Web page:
Evans has been talking a good game about feeling like he owes the fans and the organization something, but I’m sure he’s also going to want some money for being a rebounding machine and a legitimate tough guy in a league growing softer by the minute. Not to mention, I would expect that if Reggie is going to settle for a small contract, it would be with a contending team that gives him an opportunity to compete for a championship.
We obviously don’t know what the Raptors’ roster will look like when they hit the court again, but as it stands right now, younger players with potential like Ed Davis, Amir Johnson and that confusing guy from the Primo Pasta commercials, are all in line for minutes ahead of Evans.
While I would love for the Raptors to be able to bring Reggie back and become a tougher team because of him, I just don’t see how it would work. Thanks for the memories, Reggie, but I think we’re going to have to watch you grab opponents’ balls in another uniform again.
Scott Carefoot’s take on Reggie Evans: I get why Reggie Evans is a fan favorite in Toronto. I really do. This doesn’t change the fact that he’ll be more expensive to re-sign than Joey Dorsey even though he is an inferior basketball player. Yeah, he has a great attitude, he’s a great locker-room guy, the fans love him, etc. If he’s a towel-waver and occasional energy guy on a winning team, he’s an asset. On a rebuilding team like the Raptors where Ed Davis and Amir Johnson play his position, he represents a wasteful use of cap space. I wish Reggie nothing but the best wherever he signs, but I hope it’s elsewhere.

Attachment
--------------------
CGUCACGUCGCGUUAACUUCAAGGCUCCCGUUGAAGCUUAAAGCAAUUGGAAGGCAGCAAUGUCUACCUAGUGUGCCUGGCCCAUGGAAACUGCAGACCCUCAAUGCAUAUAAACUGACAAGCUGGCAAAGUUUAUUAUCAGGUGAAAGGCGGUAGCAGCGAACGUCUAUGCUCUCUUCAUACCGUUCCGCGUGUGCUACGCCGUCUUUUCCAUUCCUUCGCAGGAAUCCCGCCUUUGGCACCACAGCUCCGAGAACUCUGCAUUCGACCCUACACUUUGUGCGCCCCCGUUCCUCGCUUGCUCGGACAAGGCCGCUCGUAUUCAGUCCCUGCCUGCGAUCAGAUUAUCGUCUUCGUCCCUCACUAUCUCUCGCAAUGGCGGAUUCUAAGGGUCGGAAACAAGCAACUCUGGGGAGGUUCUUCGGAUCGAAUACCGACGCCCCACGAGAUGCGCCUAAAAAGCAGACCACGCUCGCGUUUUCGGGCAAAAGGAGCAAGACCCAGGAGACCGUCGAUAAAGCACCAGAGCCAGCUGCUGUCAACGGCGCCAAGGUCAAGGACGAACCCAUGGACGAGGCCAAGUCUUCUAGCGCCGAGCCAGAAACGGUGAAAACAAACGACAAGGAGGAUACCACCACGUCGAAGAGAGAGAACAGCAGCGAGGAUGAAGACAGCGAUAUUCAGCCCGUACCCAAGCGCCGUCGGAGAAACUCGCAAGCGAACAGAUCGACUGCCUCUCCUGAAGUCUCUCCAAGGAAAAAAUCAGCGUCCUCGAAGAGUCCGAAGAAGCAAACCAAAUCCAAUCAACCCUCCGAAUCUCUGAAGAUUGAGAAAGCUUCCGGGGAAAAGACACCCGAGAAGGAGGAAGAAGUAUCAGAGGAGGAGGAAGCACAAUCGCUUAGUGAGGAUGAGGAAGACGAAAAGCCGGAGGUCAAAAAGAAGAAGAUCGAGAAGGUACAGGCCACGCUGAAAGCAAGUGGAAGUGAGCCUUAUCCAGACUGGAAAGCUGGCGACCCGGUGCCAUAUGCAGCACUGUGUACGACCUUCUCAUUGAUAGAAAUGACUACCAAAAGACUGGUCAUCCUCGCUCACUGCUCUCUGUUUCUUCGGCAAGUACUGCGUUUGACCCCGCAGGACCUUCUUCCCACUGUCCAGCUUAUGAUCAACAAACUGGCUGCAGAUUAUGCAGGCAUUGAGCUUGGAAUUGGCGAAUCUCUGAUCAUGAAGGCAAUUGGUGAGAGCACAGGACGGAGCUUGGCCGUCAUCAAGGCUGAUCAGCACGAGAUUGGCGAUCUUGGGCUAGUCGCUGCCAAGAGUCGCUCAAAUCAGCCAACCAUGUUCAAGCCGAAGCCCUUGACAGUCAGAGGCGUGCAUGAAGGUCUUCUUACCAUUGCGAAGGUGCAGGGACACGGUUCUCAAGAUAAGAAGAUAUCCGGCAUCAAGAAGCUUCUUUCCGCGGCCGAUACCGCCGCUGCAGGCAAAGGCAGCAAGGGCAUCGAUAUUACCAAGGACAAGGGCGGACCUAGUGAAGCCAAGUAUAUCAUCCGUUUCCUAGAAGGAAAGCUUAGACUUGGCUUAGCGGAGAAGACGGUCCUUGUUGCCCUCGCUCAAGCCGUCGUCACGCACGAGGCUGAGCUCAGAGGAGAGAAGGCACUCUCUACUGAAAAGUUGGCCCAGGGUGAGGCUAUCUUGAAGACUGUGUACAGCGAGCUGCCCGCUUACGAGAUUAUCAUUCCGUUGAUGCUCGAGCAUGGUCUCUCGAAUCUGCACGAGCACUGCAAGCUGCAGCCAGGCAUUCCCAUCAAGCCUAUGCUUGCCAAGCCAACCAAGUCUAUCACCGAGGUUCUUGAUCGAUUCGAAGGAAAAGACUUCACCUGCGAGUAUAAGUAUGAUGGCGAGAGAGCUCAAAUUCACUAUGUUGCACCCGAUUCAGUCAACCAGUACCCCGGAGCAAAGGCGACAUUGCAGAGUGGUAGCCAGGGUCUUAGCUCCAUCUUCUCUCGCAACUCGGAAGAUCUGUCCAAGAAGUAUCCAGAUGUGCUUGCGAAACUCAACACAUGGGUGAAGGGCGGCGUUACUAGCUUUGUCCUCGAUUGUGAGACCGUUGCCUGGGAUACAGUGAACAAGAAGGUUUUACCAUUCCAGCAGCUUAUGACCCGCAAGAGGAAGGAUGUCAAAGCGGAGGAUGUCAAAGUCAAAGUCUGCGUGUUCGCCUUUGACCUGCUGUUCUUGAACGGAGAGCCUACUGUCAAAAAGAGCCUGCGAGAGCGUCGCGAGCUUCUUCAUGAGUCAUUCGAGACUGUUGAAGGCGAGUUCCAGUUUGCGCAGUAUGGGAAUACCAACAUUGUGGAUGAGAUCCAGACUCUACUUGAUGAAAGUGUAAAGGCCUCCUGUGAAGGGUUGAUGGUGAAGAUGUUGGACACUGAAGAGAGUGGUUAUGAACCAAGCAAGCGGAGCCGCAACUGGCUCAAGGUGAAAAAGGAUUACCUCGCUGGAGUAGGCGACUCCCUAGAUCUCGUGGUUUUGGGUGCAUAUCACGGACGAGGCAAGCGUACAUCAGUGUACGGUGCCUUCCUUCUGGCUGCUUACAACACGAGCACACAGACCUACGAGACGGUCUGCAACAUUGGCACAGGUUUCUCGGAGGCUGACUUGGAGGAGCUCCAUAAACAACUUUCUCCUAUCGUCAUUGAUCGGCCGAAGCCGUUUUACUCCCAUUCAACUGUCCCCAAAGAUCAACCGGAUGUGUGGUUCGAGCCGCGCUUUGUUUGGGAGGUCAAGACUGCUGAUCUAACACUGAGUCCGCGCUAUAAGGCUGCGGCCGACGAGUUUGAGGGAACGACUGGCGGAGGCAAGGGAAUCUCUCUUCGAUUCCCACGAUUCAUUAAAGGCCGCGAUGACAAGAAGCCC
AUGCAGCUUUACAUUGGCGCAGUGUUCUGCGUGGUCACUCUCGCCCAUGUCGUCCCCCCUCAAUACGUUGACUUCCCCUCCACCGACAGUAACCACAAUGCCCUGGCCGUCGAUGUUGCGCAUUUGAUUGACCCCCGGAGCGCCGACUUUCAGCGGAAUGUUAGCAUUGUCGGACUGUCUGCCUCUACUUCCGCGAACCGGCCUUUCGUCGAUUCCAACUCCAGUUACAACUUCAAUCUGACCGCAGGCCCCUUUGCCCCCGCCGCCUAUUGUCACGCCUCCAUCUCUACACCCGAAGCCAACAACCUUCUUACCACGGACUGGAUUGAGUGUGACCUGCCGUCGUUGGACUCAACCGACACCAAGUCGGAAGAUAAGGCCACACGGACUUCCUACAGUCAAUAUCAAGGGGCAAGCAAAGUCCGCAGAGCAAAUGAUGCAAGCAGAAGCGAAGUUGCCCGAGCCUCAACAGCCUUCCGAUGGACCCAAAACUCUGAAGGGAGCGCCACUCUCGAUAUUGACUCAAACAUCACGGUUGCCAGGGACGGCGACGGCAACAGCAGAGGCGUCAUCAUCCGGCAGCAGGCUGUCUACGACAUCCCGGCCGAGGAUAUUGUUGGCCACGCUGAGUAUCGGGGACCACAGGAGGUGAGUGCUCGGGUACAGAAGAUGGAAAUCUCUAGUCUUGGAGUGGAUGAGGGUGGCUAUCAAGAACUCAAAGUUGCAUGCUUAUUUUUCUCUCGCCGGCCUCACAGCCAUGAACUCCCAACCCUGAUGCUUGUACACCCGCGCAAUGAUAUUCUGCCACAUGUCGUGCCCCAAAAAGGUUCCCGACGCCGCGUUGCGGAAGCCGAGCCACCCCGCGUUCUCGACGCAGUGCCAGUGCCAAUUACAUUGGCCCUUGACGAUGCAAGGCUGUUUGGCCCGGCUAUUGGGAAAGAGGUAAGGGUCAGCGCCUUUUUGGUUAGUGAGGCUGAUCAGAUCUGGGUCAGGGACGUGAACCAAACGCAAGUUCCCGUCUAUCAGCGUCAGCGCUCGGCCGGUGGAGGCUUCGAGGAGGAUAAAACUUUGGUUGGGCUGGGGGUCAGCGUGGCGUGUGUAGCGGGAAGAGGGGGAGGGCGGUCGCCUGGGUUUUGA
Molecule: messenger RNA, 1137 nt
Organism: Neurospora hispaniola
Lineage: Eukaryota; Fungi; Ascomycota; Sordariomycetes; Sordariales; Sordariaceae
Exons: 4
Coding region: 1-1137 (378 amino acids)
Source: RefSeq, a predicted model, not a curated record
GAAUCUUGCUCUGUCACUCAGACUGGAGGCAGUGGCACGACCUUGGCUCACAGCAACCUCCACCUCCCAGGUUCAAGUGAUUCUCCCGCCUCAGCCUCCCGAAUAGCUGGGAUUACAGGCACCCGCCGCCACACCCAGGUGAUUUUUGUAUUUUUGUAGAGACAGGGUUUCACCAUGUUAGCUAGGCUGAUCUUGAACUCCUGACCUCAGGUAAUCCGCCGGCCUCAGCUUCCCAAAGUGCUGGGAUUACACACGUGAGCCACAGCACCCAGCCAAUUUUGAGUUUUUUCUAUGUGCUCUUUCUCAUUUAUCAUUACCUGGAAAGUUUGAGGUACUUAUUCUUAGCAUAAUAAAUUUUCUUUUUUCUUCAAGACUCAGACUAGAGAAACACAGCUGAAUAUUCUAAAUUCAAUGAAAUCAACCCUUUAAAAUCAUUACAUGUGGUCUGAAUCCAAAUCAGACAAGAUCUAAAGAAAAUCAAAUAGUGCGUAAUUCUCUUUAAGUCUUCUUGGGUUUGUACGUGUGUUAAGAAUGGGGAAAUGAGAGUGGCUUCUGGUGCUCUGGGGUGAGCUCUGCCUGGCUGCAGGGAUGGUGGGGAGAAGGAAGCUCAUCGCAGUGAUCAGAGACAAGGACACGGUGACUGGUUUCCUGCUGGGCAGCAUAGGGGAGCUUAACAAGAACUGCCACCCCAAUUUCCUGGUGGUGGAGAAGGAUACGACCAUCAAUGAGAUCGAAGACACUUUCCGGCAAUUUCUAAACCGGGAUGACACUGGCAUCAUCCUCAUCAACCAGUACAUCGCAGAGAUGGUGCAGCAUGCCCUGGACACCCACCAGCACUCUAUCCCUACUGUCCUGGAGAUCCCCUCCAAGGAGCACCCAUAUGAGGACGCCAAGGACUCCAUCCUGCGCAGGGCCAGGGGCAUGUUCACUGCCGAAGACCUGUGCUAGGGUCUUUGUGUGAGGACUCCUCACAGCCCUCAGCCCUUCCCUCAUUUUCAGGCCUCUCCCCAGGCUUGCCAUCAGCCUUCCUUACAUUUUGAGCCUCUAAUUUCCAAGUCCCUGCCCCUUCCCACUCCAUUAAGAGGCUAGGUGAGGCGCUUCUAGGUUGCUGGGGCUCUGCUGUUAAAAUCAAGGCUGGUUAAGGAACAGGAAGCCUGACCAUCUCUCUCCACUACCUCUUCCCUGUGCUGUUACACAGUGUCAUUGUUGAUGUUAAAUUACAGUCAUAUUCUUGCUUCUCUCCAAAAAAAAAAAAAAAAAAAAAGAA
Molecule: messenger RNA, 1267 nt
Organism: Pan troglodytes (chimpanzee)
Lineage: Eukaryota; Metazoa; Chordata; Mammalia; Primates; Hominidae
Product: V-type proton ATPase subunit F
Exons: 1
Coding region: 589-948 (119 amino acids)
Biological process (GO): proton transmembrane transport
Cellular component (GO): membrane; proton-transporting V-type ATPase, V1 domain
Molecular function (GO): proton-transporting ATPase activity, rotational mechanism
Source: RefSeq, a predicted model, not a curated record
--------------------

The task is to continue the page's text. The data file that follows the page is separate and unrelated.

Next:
Our next player evaluation post will be on Amir Johnson, so check back for that later this week. Also, in case you missed it, you can read Scott Carefoot’s recap of Bryan Colangelo’s appearance on Tim and Sid: Uncut.